A Thank You Note from AI-USA for the Syria Satellite Imagery Project

We are very grateful to Amnesty International USA (AI-USA) for their support and partnership on the recent Syria Satellite Imagery project. This initiative leveraged high resolution satellite imagery kindly provided by DigitalGlobe, the advanced Tomnod platform and over 70 volunteers from the SBTF Satellite Team to crowdsource evidence of mass atrocities in three key Syrian cities. Here is a very kind thank you note from our counter-part at AI-USA who spearheaded the project with us. We look forward to continuing our collaboration and support of AI-USA’s important work moving forward.

Dear SBTF volunteers–

Though there is much left on our end to be done in relation to the Syria pilot project, I wanted to take a moment and write to express deep gratitude.

The SBTF and Amnesty International are natural partners. Amnesty operates under the principle that—given the tools—people everywhere can act in concert to protect the fundamental rights and inherent dignity of each of us.

In AI’s 50 year history, the methods and means by which we agitate as a crowd has evolved beyond community-based Amnesty chapters, to a truly global movement that is no longer artificially separated into groups of activists/advocates and the people whose rights are at risk.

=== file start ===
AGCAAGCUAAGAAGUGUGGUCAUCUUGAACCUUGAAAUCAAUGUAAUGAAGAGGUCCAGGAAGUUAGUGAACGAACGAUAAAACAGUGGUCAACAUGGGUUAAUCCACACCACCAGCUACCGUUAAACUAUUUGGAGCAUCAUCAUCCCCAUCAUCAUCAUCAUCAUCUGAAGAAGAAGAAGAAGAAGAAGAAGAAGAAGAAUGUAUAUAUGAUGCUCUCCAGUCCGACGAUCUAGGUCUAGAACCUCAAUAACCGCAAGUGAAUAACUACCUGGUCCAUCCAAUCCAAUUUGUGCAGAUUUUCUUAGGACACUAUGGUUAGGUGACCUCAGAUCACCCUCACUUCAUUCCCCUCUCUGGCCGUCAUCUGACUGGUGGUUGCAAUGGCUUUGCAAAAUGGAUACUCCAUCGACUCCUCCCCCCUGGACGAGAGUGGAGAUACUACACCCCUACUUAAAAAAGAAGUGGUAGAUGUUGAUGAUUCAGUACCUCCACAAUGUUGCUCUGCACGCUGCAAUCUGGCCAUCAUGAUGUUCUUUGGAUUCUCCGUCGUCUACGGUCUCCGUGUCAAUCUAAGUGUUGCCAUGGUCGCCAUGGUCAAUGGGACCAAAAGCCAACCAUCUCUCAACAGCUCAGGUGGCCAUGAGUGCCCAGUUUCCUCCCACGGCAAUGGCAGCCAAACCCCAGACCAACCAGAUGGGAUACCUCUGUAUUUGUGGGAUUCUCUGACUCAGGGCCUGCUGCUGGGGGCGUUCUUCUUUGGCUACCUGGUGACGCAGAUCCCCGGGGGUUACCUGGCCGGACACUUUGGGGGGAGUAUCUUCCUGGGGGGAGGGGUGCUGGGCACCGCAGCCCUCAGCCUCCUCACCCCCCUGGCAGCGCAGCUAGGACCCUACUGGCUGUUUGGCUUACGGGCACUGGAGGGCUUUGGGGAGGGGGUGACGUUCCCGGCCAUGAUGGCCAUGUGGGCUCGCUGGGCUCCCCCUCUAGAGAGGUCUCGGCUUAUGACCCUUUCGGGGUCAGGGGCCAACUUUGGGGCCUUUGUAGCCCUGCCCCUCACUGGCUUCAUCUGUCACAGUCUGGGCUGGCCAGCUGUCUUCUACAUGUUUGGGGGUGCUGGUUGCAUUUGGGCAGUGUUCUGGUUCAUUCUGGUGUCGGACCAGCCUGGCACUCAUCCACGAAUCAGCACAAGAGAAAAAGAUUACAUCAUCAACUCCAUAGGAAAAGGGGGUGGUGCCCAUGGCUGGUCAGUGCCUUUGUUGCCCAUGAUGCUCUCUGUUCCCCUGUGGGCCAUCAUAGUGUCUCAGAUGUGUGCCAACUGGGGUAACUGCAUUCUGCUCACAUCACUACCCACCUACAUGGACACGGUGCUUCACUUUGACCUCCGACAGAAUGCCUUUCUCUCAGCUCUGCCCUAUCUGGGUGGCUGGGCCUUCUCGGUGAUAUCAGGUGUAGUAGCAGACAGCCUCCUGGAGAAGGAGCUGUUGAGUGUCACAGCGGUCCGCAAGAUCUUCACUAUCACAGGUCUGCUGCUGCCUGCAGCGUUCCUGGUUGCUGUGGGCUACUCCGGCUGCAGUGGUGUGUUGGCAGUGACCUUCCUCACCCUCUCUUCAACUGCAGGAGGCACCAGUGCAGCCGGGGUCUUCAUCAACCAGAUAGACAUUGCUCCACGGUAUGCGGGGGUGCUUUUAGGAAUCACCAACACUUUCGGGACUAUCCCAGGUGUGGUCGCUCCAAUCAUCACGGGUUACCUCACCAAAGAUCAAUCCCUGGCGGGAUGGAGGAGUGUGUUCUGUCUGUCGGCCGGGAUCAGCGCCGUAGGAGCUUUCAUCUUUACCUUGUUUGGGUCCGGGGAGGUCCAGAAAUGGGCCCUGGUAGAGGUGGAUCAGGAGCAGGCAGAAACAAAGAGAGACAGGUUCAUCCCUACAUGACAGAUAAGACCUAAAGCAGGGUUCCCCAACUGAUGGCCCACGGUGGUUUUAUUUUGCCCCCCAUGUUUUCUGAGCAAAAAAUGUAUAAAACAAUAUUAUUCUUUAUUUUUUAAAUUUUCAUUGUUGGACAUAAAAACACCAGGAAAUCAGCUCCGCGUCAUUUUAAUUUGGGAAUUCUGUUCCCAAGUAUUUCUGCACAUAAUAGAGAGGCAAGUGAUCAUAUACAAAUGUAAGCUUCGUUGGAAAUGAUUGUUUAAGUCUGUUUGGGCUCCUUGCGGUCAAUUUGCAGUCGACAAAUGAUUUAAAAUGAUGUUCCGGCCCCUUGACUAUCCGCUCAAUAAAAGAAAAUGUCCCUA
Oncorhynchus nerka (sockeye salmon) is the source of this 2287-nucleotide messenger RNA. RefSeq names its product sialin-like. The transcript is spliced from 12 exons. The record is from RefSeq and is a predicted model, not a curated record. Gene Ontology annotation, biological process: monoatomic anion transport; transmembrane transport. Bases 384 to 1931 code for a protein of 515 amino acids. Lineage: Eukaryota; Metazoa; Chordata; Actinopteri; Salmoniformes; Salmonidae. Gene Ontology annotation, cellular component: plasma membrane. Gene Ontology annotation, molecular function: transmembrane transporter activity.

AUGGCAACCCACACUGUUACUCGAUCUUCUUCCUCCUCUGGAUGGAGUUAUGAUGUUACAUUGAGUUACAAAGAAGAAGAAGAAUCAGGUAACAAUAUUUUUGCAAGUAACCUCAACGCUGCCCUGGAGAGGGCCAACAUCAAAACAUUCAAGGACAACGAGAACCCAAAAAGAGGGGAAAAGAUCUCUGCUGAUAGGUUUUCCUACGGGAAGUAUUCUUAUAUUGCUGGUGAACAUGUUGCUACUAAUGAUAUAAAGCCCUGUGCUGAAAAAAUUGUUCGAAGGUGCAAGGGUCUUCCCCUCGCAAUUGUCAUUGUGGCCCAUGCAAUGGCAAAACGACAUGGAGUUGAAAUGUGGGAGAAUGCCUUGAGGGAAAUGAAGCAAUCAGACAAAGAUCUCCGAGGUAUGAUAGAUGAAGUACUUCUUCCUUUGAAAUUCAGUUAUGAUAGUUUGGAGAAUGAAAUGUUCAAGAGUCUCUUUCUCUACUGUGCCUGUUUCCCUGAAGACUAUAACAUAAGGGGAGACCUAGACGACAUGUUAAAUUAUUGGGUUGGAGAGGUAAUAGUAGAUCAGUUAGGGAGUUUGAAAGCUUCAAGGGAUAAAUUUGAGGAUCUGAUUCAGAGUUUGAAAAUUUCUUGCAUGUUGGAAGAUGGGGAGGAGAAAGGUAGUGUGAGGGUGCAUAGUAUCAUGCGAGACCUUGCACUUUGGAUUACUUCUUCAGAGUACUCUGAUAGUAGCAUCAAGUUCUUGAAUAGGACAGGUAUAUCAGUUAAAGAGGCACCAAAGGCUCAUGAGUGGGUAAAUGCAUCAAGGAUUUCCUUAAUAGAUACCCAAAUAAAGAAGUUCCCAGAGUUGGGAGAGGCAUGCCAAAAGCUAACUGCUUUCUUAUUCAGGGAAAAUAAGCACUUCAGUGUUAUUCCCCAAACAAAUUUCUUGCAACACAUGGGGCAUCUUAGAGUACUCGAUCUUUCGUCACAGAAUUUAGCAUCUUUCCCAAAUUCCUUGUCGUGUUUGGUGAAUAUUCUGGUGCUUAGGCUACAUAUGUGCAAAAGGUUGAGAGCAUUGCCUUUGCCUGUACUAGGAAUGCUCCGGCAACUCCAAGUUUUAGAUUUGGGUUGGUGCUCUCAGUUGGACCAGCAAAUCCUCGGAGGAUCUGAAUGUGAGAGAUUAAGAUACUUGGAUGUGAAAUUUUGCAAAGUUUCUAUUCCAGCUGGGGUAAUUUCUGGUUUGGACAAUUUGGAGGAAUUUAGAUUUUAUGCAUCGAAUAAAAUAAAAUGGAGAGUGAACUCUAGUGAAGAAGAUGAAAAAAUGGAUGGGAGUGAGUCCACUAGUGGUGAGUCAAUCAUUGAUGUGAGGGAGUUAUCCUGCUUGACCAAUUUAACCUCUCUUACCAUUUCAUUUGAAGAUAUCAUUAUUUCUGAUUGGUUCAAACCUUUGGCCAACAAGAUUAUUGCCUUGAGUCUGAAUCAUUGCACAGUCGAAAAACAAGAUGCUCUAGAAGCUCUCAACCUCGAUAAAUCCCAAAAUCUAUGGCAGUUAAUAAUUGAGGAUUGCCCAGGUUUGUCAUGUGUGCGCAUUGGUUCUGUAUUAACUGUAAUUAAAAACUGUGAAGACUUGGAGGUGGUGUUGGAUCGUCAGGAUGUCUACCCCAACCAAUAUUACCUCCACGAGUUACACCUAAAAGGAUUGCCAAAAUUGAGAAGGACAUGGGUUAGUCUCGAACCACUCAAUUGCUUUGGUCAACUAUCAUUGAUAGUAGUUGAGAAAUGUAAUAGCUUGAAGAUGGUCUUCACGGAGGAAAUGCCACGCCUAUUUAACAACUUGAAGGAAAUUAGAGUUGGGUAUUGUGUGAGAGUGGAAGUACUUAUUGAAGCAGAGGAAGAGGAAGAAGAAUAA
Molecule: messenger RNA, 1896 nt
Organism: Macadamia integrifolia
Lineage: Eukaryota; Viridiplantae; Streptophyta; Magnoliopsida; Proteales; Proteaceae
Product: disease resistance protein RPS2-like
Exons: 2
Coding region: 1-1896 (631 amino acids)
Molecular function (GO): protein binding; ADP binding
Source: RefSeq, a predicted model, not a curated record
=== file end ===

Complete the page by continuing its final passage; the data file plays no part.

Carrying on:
Article 27 of the Universal Declaration of Human Rights guarantees all people the right to share in scientific advancement, and its benefits. Technology has always changed our world. But represented in your work and efforts is a truly new paradigm of social action for social good…one that at once transcends the structural, geographic, and economic barriers that have segmented the human family for too long, and also leverages the power of Article 27 back onto itself in a reinforcing model of technological innovation and group action.

Sadly, as we know, our efforts in this project will not bring about the end of the widespread and systematic abuses occurring in Syria. Indeed, over the course of the project, the situation on the ground as evolved for the worse, and large swaths of the country are effectively crimes scenes. The collection of evidence—and the path to justice—will be a long term endeavor.

But the fruits of the time and energy you committed to in the Syria pilot will have lasting and permanent implications for how AI and other human rights watchdogs approach documentation of war crimes and crimes against humanity. Through this pilot, we have already learned a great deal about the immense leverage social computation can have in the fight for human rights. I look forward to working with you and our other partners on this pilot to incorporate those valuable lessons into future plans.

And above all else, I look forward to the opportunity to work with you in the very near future, and to great effect.

On behalf of Amnesty International—our staff, our volunteers, our activists, and our partners in Syria and everywhere else we can and must collectively make a difference with this approach—I want to express profound gratitude. And I personally and humbly give thanks.

In Solidarity,
Scott Edwards
Advocacy, Policy, and Research Department
Amnesty International, US

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